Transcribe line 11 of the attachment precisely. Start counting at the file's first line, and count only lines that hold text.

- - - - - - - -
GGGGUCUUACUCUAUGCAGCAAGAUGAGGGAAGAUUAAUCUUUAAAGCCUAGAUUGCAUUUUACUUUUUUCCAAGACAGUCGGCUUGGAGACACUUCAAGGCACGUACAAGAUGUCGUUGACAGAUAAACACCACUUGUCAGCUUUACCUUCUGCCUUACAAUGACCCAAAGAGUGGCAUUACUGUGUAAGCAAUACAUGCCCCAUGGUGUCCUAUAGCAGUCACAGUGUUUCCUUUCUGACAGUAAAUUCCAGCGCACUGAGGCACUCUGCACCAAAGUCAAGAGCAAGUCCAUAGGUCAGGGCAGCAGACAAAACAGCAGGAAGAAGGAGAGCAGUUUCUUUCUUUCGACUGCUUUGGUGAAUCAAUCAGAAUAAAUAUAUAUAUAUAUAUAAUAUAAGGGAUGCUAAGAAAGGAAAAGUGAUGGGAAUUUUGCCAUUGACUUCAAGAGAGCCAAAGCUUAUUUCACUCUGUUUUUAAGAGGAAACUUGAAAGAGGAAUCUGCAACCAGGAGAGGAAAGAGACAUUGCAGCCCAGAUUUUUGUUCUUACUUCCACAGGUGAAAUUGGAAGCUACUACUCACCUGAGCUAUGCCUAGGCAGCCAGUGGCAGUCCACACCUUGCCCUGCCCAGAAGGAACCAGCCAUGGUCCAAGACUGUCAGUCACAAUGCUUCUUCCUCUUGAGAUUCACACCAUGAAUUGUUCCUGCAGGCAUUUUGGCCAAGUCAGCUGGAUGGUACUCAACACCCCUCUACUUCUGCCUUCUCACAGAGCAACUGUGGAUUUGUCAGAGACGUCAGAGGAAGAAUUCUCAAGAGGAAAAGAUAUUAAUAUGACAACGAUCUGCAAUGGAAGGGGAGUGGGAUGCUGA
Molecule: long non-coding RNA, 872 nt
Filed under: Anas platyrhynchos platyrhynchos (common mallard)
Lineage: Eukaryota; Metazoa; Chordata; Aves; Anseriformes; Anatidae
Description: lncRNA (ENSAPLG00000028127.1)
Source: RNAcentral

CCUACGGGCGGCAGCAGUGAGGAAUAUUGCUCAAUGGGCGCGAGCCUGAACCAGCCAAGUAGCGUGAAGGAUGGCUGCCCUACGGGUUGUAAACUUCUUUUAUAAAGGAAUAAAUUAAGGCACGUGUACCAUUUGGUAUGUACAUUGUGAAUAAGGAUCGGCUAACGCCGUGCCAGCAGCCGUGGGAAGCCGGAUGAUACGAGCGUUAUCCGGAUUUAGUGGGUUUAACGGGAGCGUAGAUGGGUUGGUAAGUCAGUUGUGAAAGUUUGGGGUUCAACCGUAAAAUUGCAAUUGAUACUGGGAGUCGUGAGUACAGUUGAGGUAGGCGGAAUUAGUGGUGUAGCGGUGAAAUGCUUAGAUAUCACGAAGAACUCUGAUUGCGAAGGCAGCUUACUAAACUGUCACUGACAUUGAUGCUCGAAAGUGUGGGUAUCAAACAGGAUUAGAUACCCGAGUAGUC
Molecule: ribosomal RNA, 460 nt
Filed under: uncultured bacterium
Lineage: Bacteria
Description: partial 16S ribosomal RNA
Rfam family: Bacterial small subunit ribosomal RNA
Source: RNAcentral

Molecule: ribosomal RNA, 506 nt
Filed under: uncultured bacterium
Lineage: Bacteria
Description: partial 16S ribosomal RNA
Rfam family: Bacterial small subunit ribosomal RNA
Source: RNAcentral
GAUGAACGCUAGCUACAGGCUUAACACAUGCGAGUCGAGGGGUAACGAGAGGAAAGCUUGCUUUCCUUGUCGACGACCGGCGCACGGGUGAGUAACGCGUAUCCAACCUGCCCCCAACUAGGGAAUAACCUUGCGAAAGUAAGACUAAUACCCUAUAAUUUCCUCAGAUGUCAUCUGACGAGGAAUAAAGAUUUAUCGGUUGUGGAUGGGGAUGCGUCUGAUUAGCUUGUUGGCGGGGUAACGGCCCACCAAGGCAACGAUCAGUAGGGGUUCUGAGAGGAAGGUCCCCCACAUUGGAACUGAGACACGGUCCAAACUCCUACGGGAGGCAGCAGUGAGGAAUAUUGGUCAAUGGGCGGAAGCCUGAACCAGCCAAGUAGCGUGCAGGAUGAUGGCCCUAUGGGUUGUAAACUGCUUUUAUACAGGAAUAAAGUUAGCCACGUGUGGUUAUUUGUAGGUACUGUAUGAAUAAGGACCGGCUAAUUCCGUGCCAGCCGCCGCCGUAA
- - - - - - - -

Description: partial 16S ribosomal RNA